Talk of the site: American admen in Britain, government advertising and McDonald's
LONDON - Brand Republic users were quick off the mark with tips for American advertising executives working in London. Meanwhile Rory Sutherland -- the Republic's most skilled rhetorician (or is that sophist?) -- argued that the state should spend more money advertising and less time legislating. The week's community roundup also looks at ethical buying and McDonald's rewarding students.
The reprint of the American War department pamphlet 'Instructions for American Servicemen in Britain 1942', which wisely advised the late arriving Yanks that "The British dislike bragging and showing off" inspired a forum with an updated version for today's American advertising executives in Britain.
Perennial trans-Atlantic adman George Parker was full of tips: "Don't take yourself so bloody seriously. Ad people in Britain still think you can do good work and enjoy yourself at the same time. Even if they're a bloody MBA.
"If you get invited out for a pint after work... Go. You might even enjoy it. And if you don't... Pretend you do.
"Don't make jokes about the weather, British food, or lack of personal or dental hygiene. Even though your parents spent a fortune on braces and corrective dental surgery, when you probably didn't need it, but 'cos everyone else in your school had a mouthful of tin you had to conform... It isn't such a big deal here.
"Be prepared to accept that in general, British women are better looking and much more sexy than American women."
Patrick Rice picked up on the theme of women: "American admen should know that even executive level British women flirt at work and understand that it's nothing more than that -- flirting. It's one of the things that can make the workplace a little less dreary. (It's even in the job descriptions of women in the French communications industry). It's okay to flirt back -- unlike American businesswomen in their unisex power suits, British women won't file a lawsuit.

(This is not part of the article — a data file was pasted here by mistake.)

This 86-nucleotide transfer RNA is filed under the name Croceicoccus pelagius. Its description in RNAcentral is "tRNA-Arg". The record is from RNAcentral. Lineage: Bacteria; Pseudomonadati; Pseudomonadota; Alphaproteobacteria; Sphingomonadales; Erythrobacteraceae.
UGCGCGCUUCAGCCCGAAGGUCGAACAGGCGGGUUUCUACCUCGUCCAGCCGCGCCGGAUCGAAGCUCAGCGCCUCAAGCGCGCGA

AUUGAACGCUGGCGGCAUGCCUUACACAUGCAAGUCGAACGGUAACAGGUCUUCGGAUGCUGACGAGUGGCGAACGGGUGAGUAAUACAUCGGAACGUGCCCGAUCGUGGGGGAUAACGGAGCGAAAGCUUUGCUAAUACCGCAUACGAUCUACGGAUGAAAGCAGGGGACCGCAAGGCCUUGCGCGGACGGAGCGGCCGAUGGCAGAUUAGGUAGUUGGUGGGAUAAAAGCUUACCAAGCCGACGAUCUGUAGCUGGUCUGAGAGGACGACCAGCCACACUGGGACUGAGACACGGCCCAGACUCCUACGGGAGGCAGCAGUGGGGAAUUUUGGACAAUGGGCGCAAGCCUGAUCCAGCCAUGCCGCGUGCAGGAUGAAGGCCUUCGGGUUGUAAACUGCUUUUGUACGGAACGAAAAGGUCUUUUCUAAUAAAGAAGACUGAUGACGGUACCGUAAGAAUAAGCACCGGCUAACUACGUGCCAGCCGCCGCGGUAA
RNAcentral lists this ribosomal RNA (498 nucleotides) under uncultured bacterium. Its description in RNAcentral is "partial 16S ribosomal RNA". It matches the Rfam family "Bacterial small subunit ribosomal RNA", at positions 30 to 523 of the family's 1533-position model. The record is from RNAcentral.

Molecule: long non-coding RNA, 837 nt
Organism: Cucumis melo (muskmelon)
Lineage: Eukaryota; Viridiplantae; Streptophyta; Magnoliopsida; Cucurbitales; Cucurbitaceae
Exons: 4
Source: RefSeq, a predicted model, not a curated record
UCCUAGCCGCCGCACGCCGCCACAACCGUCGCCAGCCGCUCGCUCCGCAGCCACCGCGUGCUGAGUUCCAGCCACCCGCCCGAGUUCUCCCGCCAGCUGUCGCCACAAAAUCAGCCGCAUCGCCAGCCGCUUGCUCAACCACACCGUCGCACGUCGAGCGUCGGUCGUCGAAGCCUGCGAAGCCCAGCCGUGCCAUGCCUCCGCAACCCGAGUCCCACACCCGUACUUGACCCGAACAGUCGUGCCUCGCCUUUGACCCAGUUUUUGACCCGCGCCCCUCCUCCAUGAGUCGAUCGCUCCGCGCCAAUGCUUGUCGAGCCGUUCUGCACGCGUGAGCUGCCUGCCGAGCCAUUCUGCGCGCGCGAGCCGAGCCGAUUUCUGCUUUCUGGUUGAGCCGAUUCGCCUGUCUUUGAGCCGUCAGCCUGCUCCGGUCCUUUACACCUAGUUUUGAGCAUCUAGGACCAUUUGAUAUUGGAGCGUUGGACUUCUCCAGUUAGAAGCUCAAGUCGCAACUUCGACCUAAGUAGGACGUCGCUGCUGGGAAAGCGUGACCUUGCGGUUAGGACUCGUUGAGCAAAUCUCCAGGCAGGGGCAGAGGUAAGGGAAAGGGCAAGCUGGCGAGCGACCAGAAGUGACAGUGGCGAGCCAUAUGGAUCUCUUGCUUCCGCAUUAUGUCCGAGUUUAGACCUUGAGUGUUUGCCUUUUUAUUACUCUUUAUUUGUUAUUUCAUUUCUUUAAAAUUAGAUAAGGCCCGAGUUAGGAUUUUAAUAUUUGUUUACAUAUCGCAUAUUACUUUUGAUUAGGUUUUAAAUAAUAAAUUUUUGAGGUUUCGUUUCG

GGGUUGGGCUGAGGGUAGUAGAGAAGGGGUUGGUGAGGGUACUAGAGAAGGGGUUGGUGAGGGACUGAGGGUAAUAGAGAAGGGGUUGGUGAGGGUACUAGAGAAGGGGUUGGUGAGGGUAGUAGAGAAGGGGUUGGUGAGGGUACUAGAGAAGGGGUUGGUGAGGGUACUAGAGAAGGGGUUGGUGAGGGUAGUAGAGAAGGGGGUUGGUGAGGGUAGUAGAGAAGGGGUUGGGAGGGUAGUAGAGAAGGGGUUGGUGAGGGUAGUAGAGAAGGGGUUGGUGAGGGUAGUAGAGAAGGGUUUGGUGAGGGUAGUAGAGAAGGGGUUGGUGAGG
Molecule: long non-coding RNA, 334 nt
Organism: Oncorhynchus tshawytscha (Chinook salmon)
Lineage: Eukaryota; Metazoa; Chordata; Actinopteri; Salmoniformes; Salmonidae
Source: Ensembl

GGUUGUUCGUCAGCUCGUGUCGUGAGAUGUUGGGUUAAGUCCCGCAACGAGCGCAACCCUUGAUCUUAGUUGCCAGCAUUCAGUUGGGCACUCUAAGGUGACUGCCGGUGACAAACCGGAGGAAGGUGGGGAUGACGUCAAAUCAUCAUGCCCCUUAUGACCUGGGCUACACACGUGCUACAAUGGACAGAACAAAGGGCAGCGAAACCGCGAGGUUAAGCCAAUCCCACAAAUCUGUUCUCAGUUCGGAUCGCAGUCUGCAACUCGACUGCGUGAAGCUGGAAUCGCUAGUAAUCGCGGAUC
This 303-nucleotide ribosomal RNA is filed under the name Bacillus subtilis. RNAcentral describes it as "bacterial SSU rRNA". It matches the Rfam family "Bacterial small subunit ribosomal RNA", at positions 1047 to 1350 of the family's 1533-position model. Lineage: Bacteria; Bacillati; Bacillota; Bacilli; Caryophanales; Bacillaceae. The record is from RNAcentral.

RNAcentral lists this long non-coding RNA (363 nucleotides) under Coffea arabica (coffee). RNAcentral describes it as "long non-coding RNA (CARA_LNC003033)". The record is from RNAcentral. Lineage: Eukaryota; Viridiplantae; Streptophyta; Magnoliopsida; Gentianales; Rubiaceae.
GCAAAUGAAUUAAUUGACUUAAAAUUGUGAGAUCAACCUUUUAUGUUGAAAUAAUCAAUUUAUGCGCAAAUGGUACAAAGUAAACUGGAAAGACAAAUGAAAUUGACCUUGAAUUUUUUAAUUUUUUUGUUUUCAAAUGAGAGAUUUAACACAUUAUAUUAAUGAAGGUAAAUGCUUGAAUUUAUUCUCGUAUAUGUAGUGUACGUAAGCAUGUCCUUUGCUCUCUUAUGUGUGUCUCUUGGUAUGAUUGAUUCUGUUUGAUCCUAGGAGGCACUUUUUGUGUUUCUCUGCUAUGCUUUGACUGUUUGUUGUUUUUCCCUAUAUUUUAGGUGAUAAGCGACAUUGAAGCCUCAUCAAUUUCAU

"If someone has a glass of wine or two over lunch it does not make them an alcoholic.
"At the agency Christmas party do not stand in the corner and sip your Diet Coke. It is rude and boorish to be sober when everyone else is pissed."
Rory Sutherland also added some advice on relationships: "We don't 'date'. This means you should be prepared for (often bare-legged) women sometimes to pay you romantic attention without having first ascertained your salary and career prospects."
While Boise-based expat George became all misty-eyed: "It's funny, 'cos when I first came here as a student in the sixties, everyone in the biz got shitfaced all the time. And we smoked like chimneys and fucked our brains out, every chance we got. Now working on Mad Ave is like working in a bank... You have to be very careful, otherwise some woman you happened to look at admiringly (secretly lustfully) will sue the shit out of you. At least you guys still seem to be enjoying yourselves."
While Langford has words of wisdom about British consumers: "Don't imagine that ideas like 'empowerment' and 'patriotism' are as motivating for British consumers as for Americans.
"Don't over-estimate the importance of price or rationality in purchasing decisions -- often Brits aren't as good shoppers as Americans.
"Don't take comments you hear at 'focus groups' at face value, don't make an instant decision as soon as the group is over, in fact don't attend focus groups at all."
In his latest blog, Rory Sutherland argued that the government should spend more on advertising than its current "chickenfeed" of £150m a year. The government should be solving problems by changing the way people look at the world rather than legislating their behaviour: "So, if advertising can be used successfully to stigmatise drink driving, why can it not stigmatise, say, benefit fraud?"